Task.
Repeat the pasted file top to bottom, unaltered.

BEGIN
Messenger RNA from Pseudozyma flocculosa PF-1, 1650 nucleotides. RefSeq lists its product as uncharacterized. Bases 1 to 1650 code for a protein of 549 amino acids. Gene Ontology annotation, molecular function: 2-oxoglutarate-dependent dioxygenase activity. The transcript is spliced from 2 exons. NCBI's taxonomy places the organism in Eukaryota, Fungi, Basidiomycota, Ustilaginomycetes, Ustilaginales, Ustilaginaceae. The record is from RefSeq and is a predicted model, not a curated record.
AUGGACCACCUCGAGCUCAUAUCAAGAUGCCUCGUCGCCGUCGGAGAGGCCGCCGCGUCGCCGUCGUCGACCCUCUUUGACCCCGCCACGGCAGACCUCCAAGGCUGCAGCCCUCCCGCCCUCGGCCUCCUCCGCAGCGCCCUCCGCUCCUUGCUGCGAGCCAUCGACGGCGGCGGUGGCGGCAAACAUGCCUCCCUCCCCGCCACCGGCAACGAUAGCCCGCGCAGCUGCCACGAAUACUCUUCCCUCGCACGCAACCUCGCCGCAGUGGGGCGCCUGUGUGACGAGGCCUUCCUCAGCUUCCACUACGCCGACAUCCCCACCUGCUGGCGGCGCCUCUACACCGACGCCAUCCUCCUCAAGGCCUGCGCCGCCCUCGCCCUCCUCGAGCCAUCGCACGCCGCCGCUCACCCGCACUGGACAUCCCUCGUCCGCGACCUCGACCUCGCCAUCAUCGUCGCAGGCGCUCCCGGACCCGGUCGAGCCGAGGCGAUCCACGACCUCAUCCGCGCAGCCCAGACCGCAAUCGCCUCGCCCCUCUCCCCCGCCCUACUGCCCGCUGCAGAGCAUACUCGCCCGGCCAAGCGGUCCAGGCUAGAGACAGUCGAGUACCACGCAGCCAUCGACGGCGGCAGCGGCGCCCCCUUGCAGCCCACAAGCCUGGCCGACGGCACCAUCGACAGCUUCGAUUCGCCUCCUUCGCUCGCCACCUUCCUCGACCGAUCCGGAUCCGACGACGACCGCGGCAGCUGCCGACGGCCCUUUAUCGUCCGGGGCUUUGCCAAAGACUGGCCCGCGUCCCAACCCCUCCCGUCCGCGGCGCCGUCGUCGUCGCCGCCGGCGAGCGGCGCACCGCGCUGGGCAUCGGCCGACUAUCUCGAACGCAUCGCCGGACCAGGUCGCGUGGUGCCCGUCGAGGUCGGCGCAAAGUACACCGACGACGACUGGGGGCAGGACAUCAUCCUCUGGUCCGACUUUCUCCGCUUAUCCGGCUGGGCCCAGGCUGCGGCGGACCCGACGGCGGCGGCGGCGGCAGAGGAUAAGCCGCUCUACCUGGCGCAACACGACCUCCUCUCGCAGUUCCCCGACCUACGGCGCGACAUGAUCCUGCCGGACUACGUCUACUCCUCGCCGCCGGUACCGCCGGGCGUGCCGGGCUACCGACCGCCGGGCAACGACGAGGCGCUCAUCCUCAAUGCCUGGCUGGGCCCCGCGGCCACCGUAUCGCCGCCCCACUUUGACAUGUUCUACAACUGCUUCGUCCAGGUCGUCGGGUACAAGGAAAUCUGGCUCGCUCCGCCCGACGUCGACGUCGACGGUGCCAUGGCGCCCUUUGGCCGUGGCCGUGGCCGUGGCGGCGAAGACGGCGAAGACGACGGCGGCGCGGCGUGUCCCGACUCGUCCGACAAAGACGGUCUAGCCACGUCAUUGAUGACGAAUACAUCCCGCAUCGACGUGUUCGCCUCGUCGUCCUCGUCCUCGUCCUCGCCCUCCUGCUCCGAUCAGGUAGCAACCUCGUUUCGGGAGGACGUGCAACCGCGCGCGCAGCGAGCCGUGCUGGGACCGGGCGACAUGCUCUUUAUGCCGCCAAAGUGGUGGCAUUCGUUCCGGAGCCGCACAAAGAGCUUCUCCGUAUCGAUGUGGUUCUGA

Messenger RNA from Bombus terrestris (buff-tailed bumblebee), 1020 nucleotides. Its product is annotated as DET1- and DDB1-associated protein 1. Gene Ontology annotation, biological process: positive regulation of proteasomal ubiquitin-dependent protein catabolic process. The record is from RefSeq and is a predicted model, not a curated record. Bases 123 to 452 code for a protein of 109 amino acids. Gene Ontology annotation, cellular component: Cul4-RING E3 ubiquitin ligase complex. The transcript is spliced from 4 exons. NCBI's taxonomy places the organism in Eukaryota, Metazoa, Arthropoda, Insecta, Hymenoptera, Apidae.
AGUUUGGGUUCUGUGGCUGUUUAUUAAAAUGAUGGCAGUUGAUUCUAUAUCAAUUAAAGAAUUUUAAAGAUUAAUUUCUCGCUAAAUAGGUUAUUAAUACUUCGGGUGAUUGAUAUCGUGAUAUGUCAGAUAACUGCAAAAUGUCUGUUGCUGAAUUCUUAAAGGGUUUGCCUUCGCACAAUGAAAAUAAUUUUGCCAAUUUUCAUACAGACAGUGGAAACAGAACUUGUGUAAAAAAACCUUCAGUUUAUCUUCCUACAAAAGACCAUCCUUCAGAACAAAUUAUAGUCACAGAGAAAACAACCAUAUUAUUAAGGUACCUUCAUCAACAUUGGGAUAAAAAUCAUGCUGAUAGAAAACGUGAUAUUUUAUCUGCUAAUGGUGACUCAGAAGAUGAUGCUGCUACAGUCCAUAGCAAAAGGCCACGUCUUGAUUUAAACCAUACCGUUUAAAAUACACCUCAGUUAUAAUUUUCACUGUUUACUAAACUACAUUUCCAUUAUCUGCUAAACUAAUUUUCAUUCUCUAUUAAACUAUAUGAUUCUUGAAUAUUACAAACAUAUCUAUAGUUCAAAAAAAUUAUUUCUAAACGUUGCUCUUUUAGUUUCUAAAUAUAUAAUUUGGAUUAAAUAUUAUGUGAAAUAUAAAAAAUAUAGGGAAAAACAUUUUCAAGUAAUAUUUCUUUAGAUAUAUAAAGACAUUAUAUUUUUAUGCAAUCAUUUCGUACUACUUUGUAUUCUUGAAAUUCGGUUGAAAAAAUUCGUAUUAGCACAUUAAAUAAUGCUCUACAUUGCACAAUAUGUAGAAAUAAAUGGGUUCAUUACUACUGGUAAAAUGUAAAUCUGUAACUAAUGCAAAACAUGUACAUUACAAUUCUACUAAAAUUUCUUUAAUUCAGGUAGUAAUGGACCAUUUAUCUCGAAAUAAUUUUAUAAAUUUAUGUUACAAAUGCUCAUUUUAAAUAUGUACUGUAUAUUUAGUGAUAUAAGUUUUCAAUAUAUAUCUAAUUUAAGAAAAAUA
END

Messenger RNA from Pseudozyma flocculosa PF-1, 1650 nucleotides. RefSeq lists its product as uncharacterized. Bases 1 to 1650 code for a protein of 549 amino acids. Gene Ontology annotation, molecular function: 2-oxoglutarate-dependent dioxygenase activity. The transcript is spliced from 2 exons. NCBI's taxonomy places the organism in Eukaryota, Fungi, Basidiomycota, Ustilaginomycetes, Ustilaginales, Ustilaginaceae. The record is from RefSeq and is a predicted model, not a curated record.
AUGGACCACCUCGAGCUCAUAUCAAGAUGCCUCGUCGCCGUCGGAGAGGCCGCCGCGUCGCCGUCGUCGACCCUCUUUGACCCCGCCACGGCAGACCUCCAAGGCUGCAGCCCUCCCGCCCUCGGCCUCCUCCGCAGCGCCCUCCGCUCCUUGCUGCGAGCCAUCGACGGCGGCGGUGGCGGCAAACAUGCCUCCCUCCCCGCCACCGGCAACGAUAGCCCGCGCAGCUGCCACGAAUACUCUUCCCUCGCACGCAACCUCGCCGCAGUGGGGCGCCUGUGUGACGAGGCCUUCCUCAGCUUCCACUACGCCGACAUCCCCACCUGCUGGCGGCGCCUCUACACCGACGCCAUCCUCCUCAAGGCCUGCGCCGCCCUCGCCCUCCUCGAGCCAUCGCACGCCGCCGCUCACCCGCACUGGACAUCCCUCGUCCGCGACCUCGACCUCGCCAUCAUCGUCGCAGGCGCUCCCGGACCCGGUCGAGCCGAGGCGAUCCACGACCUCAUCCGCGCAGCCCAGACCGCAAUCGCCUCGCCCCUCUCCCCCGCCCUACUGCCCGCUGCAGAGCAUACUCGCCCGGCCAAGCGGUCCAGGCUAGAGACAGUCGAGUACCACGCAGCCAUCGACGGCGGCAGCGGCGCCCCCUUGCAGCCCACAAGCCUGGCCGACGGCACCAUCGACAGCUUCGAUUCGCCUCCUUCGCUCGCCACCUUCCUCGACCGAUCCGGAUCCGACGACGACCGCGGCAGCUGCCGACGGCCCUUUAUCGUCCGGGGCUUUGCCAAAGACUGGCCCGCGUCCCAACCCCUCCCGUCCGCGGCGCCGUCGUCGUCGCCGCCGGCGAGCGGCGCACCGCGCUGGGCAUCGGCCGACUAUCUCGAACGCAUCGCCGGACCAGGUCGCGUGGUGCCCGUCGAGGUCGGCGCAAAGUACACCGACGACGACUGGGGGCAGGACAUCAUCCUCUGGUCCGACUUUCUCCGCUUAUCCGGCUGGGCCCAGGCUGCGGCGGACCCGACGGCGGCGGCGGCGGCAGAGGAUAAGCCGCUCUACCUGGCGCAACACGACCUCCUCUCGCAGUUCCCCGACCUACGGCGCGACAUGAUCCUGCCGGACUACGUCUACUCCUCGCCGCCGGUACCGCCGGGCGUGCCGGGCUACCGACCGCCGGGCAACGACGAGGCGCUCAUCCUCAAUGCCUGGCUGGGCCCCGCGGCCACCGUAUCGCCGCCCCACUUUGACAUGUUCUACAACUGCUUCGUCCAGGUCGUCGGGUACAAGGAAAUCUGGCUCGCUCCGCCCGACGUCGACGUCGACGGUGCCAUGGCGCCCUUUGGCCGUGGCCGUGGCCGUGGCGGCGAAGACGGCGAAGACGACGGCGGCGCGGCGUGUCCCGACUCGUCCGACAAAGACGGUCUAGCCACGUCAUUGAUGACGAAUACAUCCCGCAUCGACGUGUUCGCCUCGUCGUCCUCGUCCUCGUCCUCGCCCUCCUGCUCCGAUCAGGUAGCAACCUCGUUUCGGGAGGACGUGCAACCGCGCGCGCAGCGAGCCGUGCUGGGACCGGGCGACAUGCUCUUUAUGCCGCCAAAGUGGUGGCAUUCGUUCCGGAGCCGCACAAAGAGCUUCUCCGUAUCGAUGUGGUUCUGA

Messenger RNA from Bombus terrestris (buff-tailed bumblebee), 1020 nucleotides. Its product is annotated as DET1- and DDB1-associated protein 1. Gene Ontology annotation, biological process: positive regulation of proteasomal ubiquitin-dependent protein catabolic process. The record is from RefSeq and is a predicted model, not a curated record. Bases 123 to 452 code for a protein of 109 amino acids. Gene Ontology annotation, cellular component: Cul4-RING E3 ubiquitin ligase complex. The transcript is spliced from 4 exons. NCBI's taxonomy places the organism in Eukaryota, Metazoa, Arthropoda, Insecta, Hymenoptera, Apidae.
AGUUUGGGUUCUGUGGCUGUUUAUUAAAAUGAUGGCAGUUGAUUCUAUAUCAAUUAAAGAAUUUUAAAGAUUAAUUUCUCGCUAAAUAGGUUAUUAAUACUUCGGGUGAUUGAUAUCGUGAUAUGUCAGAUAACUGCAAAAUGUCUGUUGCUGAAUUCUUAAAGGGUUUGCCUUCGCACAAUGAAAAUAAUUUUGCCAAUUUUCAUACAGACAGUGGAAACAGAACUUGUGUAAAAAAACCUUCAGUUUAUCUUCCUACAAAAGACCAUCCUUCAGAACAAAUUAUAGUCACAGAGAAAACAACCAUAUUAUUAAGGUACCUUCAUCAACAUUGGGAUAAAAAUCAUGCUGAUAGAAAACGUGAUAUUUUAUCUGCUAAUGGUGACUCAGAAGAUGAUGCUGCUACAGUCCAUAGCAAAAGGCCACGUCUUGAUUUAAACCAUACCGUUUAAAAUACACCUCAGUUAUAAUUUUCACUGUUUACUAAACUACAUUUCCAUUAUCUGCUAAACUAAUUUUCAUUCUCUAUUAAACUAUAUGAUUCUUGAAUAUUACAAACAUAUCUAUAGUUCAAAAAAAUUAUUUCUAAACGUUGCUCUUUUAGUUUCUAAAUAUAUAAUUUGGAUUAAAUAUUAUGUGAAAUAUAAAAAAUAUAGGGAAAAACAUUUUCAAGUAAUAUUUCUUUAGAUAUAUAAAGACAUUAUAUUUUUAUGCAAUCAUUUCGUACUACUUUGUAUUCUUGAAAUUCGGUUGAAAAAAUUCGUAUUAGCACAUUAAAUAAUGCUCUACAUUGCACAAUAUGUAGAAAUAAAUGGGUUCAUUACUACUGGUAAAAUGUAAAUCUGUAACUAAUGCAAAACAUGUACAUUACAAUUCUACUAAAAUUUCUUUAAUUCAGGUAGUAAUGGACCAUUUAUCUCGAAAUAAUUUUAUAAAUUUAUGUUACAAAUGCUCAUUUUAAAUAUGUACUGUAUAUUUAGUGAUAUAAGUUUUCAAUAUAUAUCUAAUUUAAGAAAAAUA